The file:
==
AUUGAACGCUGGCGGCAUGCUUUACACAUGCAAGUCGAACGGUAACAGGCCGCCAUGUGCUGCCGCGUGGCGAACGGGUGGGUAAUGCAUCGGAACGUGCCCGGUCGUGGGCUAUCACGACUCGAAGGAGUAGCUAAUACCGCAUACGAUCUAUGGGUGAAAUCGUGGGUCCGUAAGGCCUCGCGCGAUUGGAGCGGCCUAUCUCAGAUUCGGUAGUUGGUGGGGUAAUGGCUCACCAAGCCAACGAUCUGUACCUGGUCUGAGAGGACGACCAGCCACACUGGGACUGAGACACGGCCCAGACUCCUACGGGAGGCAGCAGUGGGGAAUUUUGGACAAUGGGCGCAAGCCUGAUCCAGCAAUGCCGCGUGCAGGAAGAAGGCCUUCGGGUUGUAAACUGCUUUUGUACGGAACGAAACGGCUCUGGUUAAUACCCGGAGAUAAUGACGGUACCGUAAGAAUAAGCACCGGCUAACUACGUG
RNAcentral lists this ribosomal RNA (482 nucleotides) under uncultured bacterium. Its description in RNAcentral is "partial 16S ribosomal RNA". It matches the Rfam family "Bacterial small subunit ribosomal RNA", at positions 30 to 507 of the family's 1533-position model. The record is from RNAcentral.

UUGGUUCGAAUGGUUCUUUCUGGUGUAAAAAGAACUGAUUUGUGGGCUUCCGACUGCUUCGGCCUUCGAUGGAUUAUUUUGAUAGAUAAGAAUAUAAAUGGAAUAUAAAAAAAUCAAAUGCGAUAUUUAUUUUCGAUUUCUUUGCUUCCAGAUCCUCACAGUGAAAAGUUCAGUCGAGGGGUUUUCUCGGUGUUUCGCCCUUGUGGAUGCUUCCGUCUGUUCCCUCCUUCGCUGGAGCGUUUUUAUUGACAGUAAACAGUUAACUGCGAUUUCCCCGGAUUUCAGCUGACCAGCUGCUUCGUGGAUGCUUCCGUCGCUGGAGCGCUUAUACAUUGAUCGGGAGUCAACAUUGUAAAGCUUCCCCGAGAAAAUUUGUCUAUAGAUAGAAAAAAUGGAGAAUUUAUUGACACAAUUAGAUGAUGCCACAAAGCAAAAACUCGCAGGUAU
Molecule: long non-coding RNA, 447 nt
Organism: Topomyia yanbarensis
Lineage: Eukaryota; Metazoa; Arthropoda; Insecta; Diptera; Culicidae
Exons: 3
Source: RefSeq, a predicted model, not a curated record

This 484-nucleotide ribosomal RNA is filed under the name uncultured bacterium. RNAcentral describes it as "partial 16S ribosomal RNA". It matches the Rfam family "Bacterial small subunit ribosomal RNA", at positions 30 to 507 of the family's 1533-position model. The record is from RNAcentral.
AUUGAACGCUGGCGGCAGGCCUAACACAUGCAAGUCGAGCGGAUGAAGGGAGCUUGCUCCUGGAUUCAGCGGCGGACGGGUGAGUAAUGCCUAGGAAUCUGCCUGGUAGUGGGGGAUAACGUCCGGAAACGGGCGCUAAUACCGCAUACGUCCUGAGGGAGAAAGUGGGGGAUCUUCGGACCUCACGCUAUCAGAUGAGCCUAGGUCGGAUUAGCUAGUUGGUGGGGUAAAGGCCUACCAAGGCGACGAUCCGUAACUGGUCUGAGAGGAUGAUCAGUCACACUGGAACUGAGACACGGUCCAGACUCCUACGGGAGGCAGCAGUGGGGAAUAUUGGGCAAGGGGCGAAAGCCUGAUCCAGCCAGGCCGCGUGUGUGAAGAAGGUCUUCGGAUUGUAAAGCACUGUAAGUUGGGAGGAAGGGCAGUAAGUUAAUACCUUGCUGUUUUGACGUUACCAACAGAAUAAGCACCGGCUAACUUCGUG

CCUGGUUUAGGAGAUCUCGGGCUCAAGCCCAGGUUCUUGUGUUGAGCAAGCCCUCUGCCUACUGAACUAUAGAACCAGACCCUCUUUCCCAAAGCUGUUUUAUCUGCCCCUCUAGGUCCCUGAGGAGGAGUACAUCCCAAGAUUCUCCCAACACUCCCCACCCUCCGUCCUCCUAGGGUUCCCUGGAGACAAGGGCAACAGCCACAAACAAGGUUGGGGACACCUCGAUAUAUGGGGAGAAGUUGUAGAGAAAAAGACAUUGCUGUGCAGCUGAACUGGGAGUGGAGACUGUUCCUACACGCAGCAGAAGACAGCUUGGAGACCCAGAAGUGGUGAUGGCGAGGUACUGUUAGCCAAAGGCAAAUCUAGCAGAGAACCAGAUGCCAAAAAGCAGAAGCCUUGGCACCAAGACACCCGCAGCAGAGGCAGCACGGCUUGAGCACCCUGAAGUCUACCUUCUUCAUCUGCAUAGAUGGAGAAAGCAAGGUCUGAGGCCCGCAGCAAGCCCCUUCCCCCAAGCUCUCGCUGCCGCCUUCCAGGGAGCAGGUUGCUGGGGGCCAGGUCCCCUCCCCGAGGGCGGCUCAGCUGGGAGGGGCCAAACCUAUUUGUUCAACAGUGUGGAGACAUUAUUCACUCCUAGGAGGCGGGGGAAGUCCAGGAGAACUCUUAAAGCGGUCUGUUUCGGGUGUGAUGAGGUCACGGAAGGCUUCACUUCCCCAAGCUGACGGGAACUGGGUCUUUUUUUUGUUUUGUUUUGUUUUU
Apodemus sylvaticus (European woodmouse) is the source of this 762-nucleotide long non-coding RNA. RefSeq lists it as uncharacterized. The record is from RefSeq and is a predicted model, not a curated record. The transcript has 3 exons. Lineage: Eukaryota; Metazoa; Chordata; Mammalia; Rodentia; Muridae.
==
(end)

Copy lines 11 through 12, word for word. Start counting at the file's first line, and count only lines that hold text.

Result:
CCUGGUUUAGGAGAUCUCGGGCUCAAGCCCAGGUUCUUGUGUUGAGCAAGCCCUCUGCCUACUGAACUAUAGAACCAGACCCUCUUUCCCAAAGCUGUUUUAUCUGCCCCUCUAGGUCCCUGAGGAGGAGUACAUCCCAAGAUUCUCCCAACACUCCCCACCCUCCGUCCUCCUAGGGUUCCCUGGAGACAAGGGCAACAGCCACAAACAAGGUUGGGGACACCUCGAUAUAUGGGGAGAAGUUGUAGAGAAAAAGACAUUGCUGUGCAGCUGAACUGGGAGUGGAGACUGUUCCUACACGCAGCAGAAGACAGCUUGGAGACCCAGAAGUGGUGAUGGCGAGGUACUGUUAGCCAAAGGCAAAUCUAGCAGAGAACCAGAUGCCAAAAAGCAGAAGCCUUGGCACCAAGACACCCGCAGCAGAGGCAGCACGGCUUGAGCACCCUGAAGUCUACCUUCUUCAUCUGCAUAGAUGGAGAAAGCAAGGUCUGAGGCCCGCAGCAAGCCCCUUCCCCCAAGCUCUCGCUGCCGCCUUCCAGGGAGCAGGUUGCUGGGGGCCAGGUCCCCUCCCCGAGGGCGGCUCAGCUGGGAGGGGCCAAACCUAUUUGUUCAACAGUGUGGAGACAUUAUUCACUCCUAGGAGGCGGGGGAAGUCCAGGAGAACUCUUAAAGCGGUCUGUUUCGGGUGUGAUGAGGUCACGGAAGGCUUCACUUCCCCAAGCUGACGGGAACUGGGUCUUUUUUUUGUUUUGUUUUGUUUUU
Apodemus sylvaticus (European woodmouse) is the source of this 762-nucleotide long non-coding RNA. RefSeq lists it as uncharacterized. The record is from RefSeq and is a predicted model, not a curated record. The transcript has 3 exons. Lineage: Eukaryota; Metazoa; Chordata; Mammalia; Rodentia; Muridae.